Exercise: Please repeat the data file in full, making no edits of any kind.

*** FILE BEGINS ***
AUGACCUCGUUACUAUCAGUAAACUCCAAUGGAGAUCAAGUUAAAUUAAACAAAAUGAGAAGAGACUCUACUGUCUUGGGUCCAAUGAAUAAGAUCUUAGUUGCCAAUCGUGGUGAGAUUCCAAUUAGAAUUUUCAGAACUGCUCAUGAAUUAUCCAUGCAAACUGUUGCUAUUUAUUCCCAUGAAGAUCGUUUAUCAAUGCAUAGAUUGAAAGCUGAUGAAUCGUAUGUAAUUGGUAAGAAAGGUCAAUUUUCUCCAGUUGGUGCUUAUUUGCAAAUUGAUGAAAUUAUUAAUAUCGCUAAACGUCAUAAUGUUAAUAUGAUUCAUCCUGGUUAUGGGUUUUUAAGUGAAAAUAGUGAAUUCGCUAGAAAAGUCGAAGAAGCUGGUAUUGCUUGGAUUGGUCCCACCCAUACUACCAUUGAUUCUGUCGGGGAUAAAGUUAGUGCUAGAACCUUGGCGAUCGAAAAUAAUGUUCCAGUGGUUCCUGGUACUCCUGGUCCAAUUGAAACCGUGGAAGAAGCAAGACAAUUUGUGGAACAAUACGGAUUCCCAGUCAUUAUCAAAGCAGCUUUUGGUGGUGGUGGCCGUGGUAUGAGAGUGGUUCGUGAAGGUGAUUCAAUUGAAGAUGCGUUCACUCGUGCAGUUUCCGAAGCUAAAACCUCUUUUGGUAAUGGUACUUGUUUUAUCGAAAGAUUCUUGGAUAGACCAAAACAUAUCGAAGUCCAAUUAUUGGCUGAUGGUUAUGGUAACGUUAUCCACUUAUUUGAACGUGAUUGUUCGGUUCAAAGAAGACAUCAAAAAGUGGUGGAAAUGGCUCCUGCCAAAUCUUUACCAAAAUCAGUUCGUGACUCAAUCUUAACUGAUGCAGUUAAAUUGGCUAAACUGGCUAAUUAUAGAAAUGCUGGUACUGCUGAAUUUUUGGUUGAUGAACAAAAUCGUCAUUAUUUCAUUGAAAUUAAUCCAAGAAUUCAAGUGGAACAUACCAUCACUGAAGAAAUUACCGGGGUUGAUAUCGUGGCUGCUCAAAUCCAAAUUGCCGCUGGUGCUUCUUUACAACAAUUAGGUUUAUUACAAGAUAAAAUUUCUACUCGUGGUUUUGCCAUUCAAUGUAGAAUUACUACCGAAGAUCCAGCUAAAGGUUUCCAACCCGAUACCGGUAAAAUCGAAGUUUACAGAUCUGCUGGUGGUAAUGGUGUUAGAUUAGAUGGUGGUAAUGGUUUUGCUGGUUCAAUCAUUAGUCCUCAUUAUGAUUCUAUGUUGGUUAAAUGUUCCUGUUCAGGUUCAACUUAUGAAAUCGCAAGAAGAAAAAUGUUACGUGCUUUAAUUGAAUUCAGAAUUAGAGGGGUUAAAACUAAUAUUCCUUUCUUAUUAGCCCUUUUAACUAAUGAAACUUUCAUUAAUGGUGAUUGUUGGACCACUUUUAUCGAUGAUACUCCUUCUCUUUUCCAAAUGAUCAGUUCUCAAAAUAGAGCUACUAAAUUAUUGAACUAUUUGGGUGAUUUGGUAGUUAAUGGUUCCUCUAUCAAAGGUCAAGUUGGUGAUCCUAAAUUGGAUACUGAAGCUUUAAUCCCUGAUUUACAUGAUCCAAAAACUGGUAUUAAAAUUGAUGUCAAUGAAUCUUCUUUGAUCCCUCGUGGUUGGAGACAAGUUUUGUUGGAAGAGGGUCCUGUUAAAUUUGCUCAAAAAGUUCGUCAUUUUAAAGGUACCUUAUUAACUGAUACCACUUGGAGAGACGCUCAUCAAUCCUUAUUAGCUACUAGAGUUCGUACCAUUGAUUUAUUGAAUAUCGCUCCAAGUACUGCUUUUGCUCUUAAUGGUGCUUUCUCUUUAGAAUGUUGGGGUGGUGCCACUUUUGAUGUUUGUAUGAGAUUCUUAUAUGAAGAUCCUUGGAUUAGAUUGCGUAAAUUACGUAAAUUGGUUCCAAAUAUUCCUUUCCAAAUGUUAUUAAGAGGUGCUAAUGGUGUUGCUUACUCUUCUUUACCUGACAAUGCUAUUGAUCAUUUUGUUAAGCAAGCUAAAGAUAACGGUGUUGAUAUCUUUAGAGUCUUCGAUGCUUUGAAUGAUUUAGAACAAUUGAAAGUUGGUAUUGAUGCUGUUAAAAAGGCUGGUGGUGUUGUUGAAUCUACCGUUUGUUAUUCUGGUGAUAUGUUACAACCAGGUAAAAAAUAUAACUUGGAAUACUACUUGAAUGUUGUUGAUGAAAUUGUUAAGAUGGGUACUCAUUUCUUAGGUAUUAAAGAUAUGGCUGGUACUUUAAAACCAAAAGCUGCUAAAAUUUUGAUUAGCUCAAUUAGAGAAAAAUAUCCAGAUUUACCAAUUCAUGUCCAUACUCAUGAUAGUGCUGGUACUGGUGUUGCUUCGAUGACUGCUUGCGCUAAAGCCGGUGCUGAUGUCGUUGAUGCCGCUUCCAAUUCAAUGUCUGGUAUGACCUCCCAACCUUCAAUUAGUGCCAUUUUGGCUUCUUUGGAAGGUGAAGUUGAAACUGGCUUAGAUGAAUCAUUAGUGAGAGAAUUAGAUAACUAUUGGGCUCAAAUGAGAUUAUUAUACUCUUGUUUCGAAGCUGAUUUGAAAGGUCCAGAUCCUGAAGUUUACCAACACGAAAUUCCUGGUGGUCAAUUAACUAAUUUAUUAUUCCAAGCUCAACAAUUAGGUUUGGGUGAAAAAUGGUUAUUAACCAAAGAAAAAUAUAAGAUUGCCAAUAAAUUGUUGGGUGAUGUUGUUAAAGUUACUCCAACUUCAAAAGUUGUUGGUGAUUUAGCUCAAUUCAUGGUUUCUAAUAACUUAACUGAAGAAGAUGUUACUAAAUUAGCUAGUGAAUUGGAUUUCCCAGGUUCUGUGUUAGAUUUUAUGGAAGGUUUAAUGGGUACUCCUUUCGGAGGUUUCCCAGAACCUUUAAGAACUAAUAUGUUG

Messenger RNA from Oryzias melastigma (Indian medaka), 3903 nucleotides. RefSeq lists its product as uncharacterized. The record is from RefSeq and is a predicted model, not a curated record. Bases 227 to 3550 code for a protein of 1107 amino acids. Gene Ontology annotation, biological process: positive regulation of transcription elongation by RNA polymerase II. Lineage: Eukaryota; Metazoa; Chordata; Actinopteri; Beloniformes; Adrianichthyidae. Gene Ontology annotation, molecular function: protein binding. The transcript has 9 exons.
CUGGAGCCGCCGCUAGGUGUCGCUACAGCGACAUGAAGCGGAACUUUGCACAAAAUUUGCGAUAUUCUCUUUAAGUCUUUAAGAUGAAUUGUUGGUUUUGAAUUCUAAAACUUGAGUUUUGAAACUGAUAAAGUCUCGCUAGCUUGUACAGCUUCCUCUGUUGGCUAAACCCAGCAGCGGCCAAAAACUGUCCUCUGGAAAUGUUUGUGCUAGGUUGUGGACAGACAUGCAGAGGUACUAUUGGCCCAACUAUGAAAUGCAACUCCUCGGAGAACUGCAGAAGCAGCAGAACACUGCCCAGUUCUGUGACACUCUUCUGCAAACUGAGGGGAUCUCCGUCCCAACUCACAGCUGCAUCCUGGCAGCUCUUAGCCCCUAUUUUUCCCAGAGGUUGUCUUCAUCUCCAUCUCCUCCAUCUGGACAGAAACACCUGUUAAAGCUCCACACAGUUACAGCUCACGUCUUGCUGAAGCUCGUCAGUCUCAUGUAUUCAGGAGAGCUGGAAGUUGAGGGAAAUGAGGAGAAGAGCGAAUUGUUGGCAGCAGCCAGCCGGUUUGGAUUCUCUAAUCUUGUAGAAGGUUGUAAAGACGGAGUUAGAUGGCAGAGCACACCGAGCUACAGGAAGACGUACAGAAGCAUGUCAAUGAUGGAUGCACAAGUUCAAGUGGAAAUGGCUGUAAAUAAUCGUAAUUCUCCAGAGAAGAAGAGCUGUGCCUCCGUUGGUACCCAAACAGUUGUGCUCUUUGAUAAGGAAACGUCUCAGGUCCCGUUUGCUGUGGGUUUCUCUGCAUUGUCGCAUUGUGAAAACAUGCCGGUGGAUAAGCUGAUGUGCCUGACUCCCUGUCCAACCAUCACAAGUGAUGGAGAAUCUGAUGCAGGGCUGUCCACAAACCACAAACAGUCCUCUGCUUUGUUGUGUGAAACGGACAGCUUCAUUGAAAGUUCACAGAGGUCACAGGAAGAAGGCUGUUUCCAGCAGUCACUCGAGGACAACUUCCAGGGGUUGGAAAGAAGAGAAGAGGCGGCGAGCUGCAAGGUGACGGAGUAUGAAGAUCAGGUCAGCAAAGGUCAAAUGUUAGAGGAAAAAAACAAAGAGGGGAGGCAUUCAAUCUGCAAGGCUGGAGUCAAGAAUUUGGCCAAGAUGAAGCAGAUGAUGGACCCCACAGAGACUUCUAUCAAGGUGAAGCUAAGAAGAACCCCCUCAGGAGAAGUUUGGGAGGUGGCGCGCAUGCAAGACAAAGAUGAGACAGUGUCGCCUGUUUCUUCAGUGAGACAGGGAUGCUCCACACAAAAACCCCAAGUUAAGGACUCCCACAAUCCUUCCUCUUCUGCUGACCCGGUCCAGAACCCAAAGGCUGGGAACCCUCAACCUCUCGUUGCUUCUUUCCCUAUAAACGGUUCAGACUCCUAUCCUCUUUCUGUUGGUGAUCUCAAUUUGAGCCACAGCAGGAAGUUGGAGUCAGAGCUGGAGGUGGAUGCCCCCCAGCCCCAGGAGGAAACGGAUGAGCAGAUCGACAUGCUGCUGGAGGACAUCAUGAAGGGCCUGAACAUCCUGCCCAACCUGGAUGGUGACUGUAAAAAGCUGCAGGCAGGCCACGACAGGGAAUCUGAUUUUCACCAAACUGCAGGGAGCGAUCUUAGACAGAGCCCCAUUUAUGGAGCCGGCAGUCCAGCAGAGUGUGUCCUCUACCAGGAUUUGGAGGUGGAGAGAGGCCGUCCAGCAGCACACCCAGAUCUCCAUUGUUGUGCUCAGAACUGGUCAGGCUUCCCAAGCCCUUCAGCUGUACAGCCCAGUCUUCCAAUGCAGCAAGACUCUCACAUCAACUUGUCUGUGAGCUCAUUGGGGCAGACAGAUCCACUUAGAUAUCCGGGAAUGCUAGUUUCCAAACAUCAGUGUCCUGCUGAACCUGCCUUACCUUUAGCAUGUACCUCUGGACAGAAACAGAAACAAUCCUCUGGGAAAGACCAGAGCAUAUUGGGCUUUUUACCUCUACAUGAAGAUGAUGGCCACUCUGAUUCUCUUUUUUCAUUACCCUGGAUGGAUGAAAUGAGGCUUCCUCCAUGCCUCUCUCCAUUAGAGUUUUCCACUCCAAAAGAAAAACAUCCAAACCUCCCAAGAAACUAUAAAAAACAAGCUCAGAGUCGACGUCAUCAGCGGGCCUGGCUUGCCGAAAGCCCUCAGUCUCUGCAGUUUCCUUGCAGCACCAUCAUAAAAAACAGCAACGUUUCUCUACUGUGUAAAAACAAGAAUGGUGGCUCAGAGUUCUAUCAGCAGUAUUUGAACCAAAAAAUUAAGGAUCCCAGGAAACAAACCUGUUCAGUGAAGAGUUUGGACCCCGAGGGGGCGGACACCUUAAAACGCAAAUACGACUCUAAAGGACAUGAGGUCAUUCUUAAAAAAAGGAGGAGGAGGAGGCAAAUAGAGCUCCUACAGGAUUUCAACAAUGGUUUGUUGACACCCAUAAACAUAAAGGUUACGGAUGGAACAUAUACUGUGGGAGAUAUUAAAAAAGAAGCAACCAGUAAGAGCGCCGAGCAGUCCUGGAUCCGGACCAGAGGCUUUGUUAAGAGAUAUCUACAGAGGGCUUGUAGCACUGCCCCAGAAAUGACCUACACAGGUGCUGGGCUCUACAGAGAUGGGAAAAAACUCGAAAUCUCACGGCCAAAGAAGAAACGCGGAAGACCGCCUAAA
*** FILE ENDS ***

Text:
AUGACCUCGUUACUAUCAGUAAACUCCAAUGGAGAUCAAGUUAAAUUAAACAAAAUGAGAAGAGACUCUACUGUCUUGGGUCCAAUGAAUAAGAUCUUAGUUGCCAAUCGUGGUGAGAUUCCAAUUAGAAUUUUCAGAACUGCUCAUGAAUUAUCCAUGCAAACUGUUGCUAUUUAUUCCCAUGAAGAUCGUUUAUCAAUGCAUAGAUUGAAAGCUGAUGAAUCGUAUGUAAUUGGUAAGAAAGGUCAAUUUUCUCCAGUUGGUGCUUAUUUGCAAAUUGAUGAAAUUAUUAAUAUCGCUAAACGUCAUAAUGUUAAUAUGAUUCAUCCUGGUUAUGGGUUUUUAAGUGAAAAUAGUGAAUUCGCUAGAAAAGUCGAAGAAGCUGGUAUUGCUUGGAUUGGUCCCACCCAUACUACCAUUGAUUCUGUCGGGGAUAAAGUUAGUGCUAGAACCUUGGCGAUCGAAAAUAAUGUUCCAGUGGUUCCUGGUACUCCUGGUCCAAUUGAAACCGUGGAAGAAGCAAGACAAUUUGUGGAACAAUACGGAUUCCCAGUCAUUAUCAAAGCAGCUUUUGGUGGUGGUGGCCGUGGUAUGAGAGUGGUUCGUGAAGGUGAUUCAAUUGAAGAUGCGUUCACUCGUGCAGUUUCCGAAGCUAAAACCUCUUUUGGUAAUGGUACUUGUUUUAUCGAAAGAUUCUUGGAUAGACCAAAACAUAUCGAAGUCCAAUUAUUGGCUGAUGGUUAUGGUAACGUUAUCCACUUAUUUGAACGUGAUUGUUCGGUUCAAAGAAGACAUCAAAAAGUGGUGGAAAUGGCUCCUGCCAAAUCUUUACCAAAAUCAGUUCGUGACUCAAUCUUAACUGAUGCAGUUAAAUUGGCUAAACUGGCUAAUUAUAGAAAUGCUGGUACUGCUGAAUUUUUGGUUGAUGAACAAAAUCGUCAUUAUUUCAUUGAAAUUAAUCCAAGAAUUCAAGUGGAACAUACCAUCACUGAAGAAAUUACCGGGGUUGAUAUCGUGGCUGCUCAAAUCCAAAUUGCCGCUGGUGCUUCUUUACAACAAUUAGGUUUAUUACAAGAUAAAAUUUCUACUCGUGGUUUUGCCAUUCAAUGUAGAAUUACUACCGAAGAUCCAGCUAAAGGUUUCCAACCCGAUACCGGUAAAAUCGAAGUUUACAGAUCUGCUGGUGGUAAUGGUGUUAGAUUAGAUGGUGGUAAUGGUUUUGCUGGUUCAAUCAUUAGUCCUCAUUAUGAUUCUAUGUUGGUUAAAUGUUCCUGUUCAGGUUCAACUUAUGAAAUCGCAAGAAGAAAAAUGUUACGUGCUUUAAUUGAAUUCAGAAUUAGAGGGGUUAAAACUAAUAUUCCUUUCUUAUUAGCCCUUUUAACUAAUGAAACUUUCAUUAAUGGUGAUUGUUGGACCACUUUUAUCGAUGAUACUCCUUCUCUUUUCCAAAUGAUCAGUUCUCAAAAUAGAGCUACUAAAUUAUUGAACUAUUUGGGUGAUUUGGUAGUUAAUGGUUCCUCUAUCAAAGGUCAAGUUGGUGAUCCUAAAUUGGAUACUGAAGCUUUAAUCCCUGAUUUACAUGAUCCAAAAACUGGUAUUAAAAUUGAUGUCAAUGAAUCUUCUUUGAUCCCUCGUGGUUGGAGACAAGUUUUGUUGGAAGAGGGUCCUGUUAAAUUUGCUCAAAAAGUUCGUCAUUUUAAAGGUACCUUAUUAACUGAUACCACUUGGAGAGACGCUCAUCAAUCCUUAUUAGCUACUAGAGUUCGUACCAUUGAUUUAUUGAAUAUCGCUCCAAGUACUGCUUUUGCUCUUAAUGGUGCUUUCUCUUUAGAAUGUUGGGGUGGUGCCACUUUUGAUGUUUGUAUGAGAUUCUUAUAUGAAGAUCCUUGGAUUAGAUUGCGUAAAUUACGUAAAUUGGUUCCAAAUAUUCCUUUCCAAAUGUUAUUAAGAGGUGCUAAUGGUGUUGCUUACUCUUCUUUACCUGACAAUGCUAUUGAUCAUUUUGUUAAGCAAGCUAAAGAUAACGGUGUUGAUAUCUUUAGAGUCUUCGAUGCUUUGAAUGAUUUAGAACAAUUGAAAGUUGGUAUUGAUGCUGUUAAAAAGGCUGGUGGUGUUGUUGAAUCUACCGUUUGUUAUUCUGGUGAUAUGUUACAACCAGGUAAAAAAUAUAACUUGGAAUACUACUUGAAUGUUGUUGAUGAAAUUGUUAAGAUGGGUACUCAUUUCUUAGGUAUUAAAGAUAUGGCUGGUACUUUAAAACCAAAAGCUGCUAAAAUUUUGAUUAGCUCAAUUAGAGAAAAAUAUCCAGAUUUACCAAUUCAUGUCCAUACUCAUGAUAGUGCUGGUACUGGUGUUGCUUCGAUGACUGCUUGCGCUAAAGCCGGUGCUGAUGUCGUUGAUGCCGCUUCCAAUUCAAUGUCUGGUAUGACCUCCCAACCUUCAAUUAGUGCCAUUUUGGCUUCUUUGGAAGGUGAAGUUGAAACUGGCUUAGAUGAAUCAUUAGUGAGAGAAUUAGAUAACUAUUGGGCUCAAAUGAGAUUAUUAUACUCUUGUUUCGAAGCUGAUUUGAAAGGUCCAGAUCCUGAAGUUUACCAACACGAAAUUCCUGGUGGUCAAUUAACUAAUUUAUUAUUCCAAGCUCAACAAUUAGGUUUGGGUGAAAAAUGGUUAUUAACCAAAGAAAAAUAUAAGAUUGCCAAUAAAUUGUUGGGUGAUGUUGUUAAAGUUACUCCAACUUCAAAAGUUGUUGGUGAUUUAGCUCAAUUCAUGGUUUCUAAUAACUUAACUGAAGAAGAUGUUACUAAAUUAGCUAGUGAAUUGGAUUUCCCAGGUUCUGUGUUAGAUUUUAUGGAAGGUUUAAUGGGUACUCCUUUCGGAGGUUUCCCAGAACCUUUAAGAACUAAUAUGUUG

Messenger RNA from Oryzias melastigma (Indian medaka), 3903 nucleotides. RefSeq lists its product as uncharacterized. The record is from RefSeq and is a predicted model, not a curated record. Bases 227 to 3550 code for a protein of 1107 amino acids. Gene Ontology annotation, biological process: positive regulation of transcription elongation by RNA polymerase II. Lineage: Eukaryota; Metazoa; Chordata; Actinopteri; Beloniformes; Adrianichthyidae. Gene Ontology annotation, molecular function: protein binding. The transcript has 9 exons.
CUGGAGCCGCCGCUAGGUGUCGCUACAGCGACAUGAAGCGGAACUUUGCACAAAAUUUGCGAUAUUCUCUUUAAGUCUUUAAGAUGAAUUGUUGGUUUUGAAUUCUAAAACUUGAGUUUUGAAACUGAUAAAGUCUCGCUAGCUUGUACAGCUUCCUCUGUUGGCUAAACCCAGCAGCGGCCAAAAACUGUCCUCUGGAAAUGUUUGUGCUAGGUUGUGGACAGACAUGCAGAGGUACUAUUGGCCCAACUAUGAAAUGCAACUCCUCGGAGAACUGCAGAAGCAGCAGAACACUGCCCAGUUCUGUGACACUCUUCUGCAAACUGAGGGGAUCUCCGUCCCAACUCACAGCUGCAUCCUGGCAGCUCUUAGCCCCUAUUUUUCCCAGAGGUUGUCUUCAUCUCCAUCUCCUCCAUCUGGACAGAAACACCUGUUAAAGCUCCACACAGUUACAGCUCACGUCUUGCUGAAGCUCGUCAGUCUCAUGUAUUCAGGAGAGCUGGAAGUUGAGGGAAAUGAGGAGAAGAGCGAAUUGUUGGCAGCAGCCAGCCGGUUUGGAUUCUCUAAUCUUGUAGAAGGUUGUAAAGACGGAGUUAGAUGGCAGAGCACACCGAGCUACAGGAAGACGUACAGAAGCAUGUCAAUGAUGGAUGCACAAGUUCAAGUGGAAAUGGCUGUAAAUAAUCGUAAUUCUCCAGAGAAGAAGAGCUGUGCCUCCGUUGGUACCCAAACAGUUGUGCUCUUUGAUAAGGAAACGUCUCAGGUCCCGUUUGCUGUGGGUUUCUCUGCAUUGUCGCAUUGUGAAAACAUGCCGGUGGAUAAGCUGAUGUGCCUGACUCCCUGUCCAACCAUCACAAGUGAUGGAGAAUCUGAUGCAGGGCUGUCCACAAACCACAAACAGUCCUCUGCUUUGUUGUGUGAAACGGACAGCUUCAUUGAAAGUUCACAGAGGUCACAGGAAGAAGGCUGUUUCCAGCAGUCACUCGAGGACAACUUCCAGGGGUUGGAAAGAAGAGAAGAGGCGGCGAGCUGCAAGGUGACGGAGUAUGAAGAUCAGGUCAGCAAAGGUCAAAUGUUAGAGGAAAAAAACAAAGAGGGGAGGCAUUCAAUCUGCAAGGCUGGAGUCAAGAAUUUGGCCAAGAUGAAGCAGAUGAUGGACCCCACAGAGACUUCUAUCAAGGUGAAGCUAAGAAGAACCCCCUCAGGAGAAGUUUGGGAGGUGGCGCGCAUGCAAGACAAAGAUGAGACAGUGUCGCCUGUUUCUUCAGUGAGACAGGGAUGCUCCACACAAAAACCCCAAGUUAAGGACUCCCACAAUCCUUCCUCUUCUGCUGACCCGGUCCAGAACCCAAAGGCUGGGAACCCUCAACCUCUCGUUGCUUCUUUCCCUAUAAACGGUUCAGACUCCUAUCCUCUUUCUGUUGGUGAUCUCAAUUUGAGCCACAGCAGGAAGUUGGAGUCAGAGCUGGAGGUGGAUGCCCCCCAGCCCCAGGAGGAAACGGAUGAGCAGAUCGACAUGCUGCUGGAGGACAUCAUGAAGGGCCUGAACAUCCUGCCCAACCUGGAUGGUGACUGUAAAAAGCUGCAGGCAGGCCACGACAGGGAAUCUGAUUUUCACCAAACUGCAGGGAGCGAUCUUAGACAGAGCCCCAUUUAUGGAGCCGGCAGUCCAGCAGAGUGUGUCCUCUACCAGGAUUUGGAGGUGGAGAGAGGCCGUCCAGCAGCACACCCAGAUCUCCAUUGUUGUGCUCAGAACUGGUCAGGCUUCCCAAGCCCUUCAGCUGUACAGCCCAGUCUUCCAAUGCAGCAAGACUCUCACAUCAACUUGUCUGUGAGCUCAUUGGGGCAGACAGAUCCACUUAGAUAUCCGGGAAUGCUAGUUUCCAAACAUCAGUGUCCUGCUGAACCUGCCUUACCUUUAGCAUGUACCUCUGGACAGAAACAGAAACAAUCCUCUGGGAAAGACCAGAGCAUAUUGGGCUUUUUACCUCUACAUGAAGAUGAUGGCCACUCUGAUUCUCUUUUUUCAUUACCCUGGAUGGAUGAAAUGAGGCUUCCUCCAUGCCUCUCUCCAUUAGAGUUUUCCACUCCAAAAGAAAAACAUCCAAACCUCCCAAGAAACUAUAAAAAACAAGCUCAGAGUCGACGUCAUCAGCGGGCCUGGCUUGCCGAAAGCCCUCAGUCUCUGCAGUUUCCUUGCAGCACCAUCAUAAAAAACAGCAACGUUUCUCUACUGUGUAAAAACAAGAAUGGUGGCUCAGAGUUCUAUCAGCAGUAUUUGAACCAAAAAAUUAAGGAUCCCAGGAAACAAACCUGUUCAGUGAAGAGUUUGGACCCCGAGGGGGCGGACACCUUAAAACGCAAAUACGACUCUAAAGGACAUGAGGUCAUUCUUAAAAAAAGGAGGAGGAGGAGGCAAAUAGAGCUCCUACAGGAUUUCAACAAUGGUUUGUUGACACCCAUAAACAUAAAGGUUACGGAUGGAACAUAUACUGUGGGAGAUAUUAAAAAAGAAGCAACCAGUAAGAGCGCCGAGCAGUCCUGGAUCCGGACCAGAGGCUUUGUUAAGAGAUAUCUACAGAGGGCUUGUAGCACUGCCCCAGAAAUGACCUACACAGGUGCUGGGCUCUACAGAGAUGGGAAAAAACUCGAAAUCUCACGGCCAAAGAAGAAACGCGGAAGACCGCCUAAA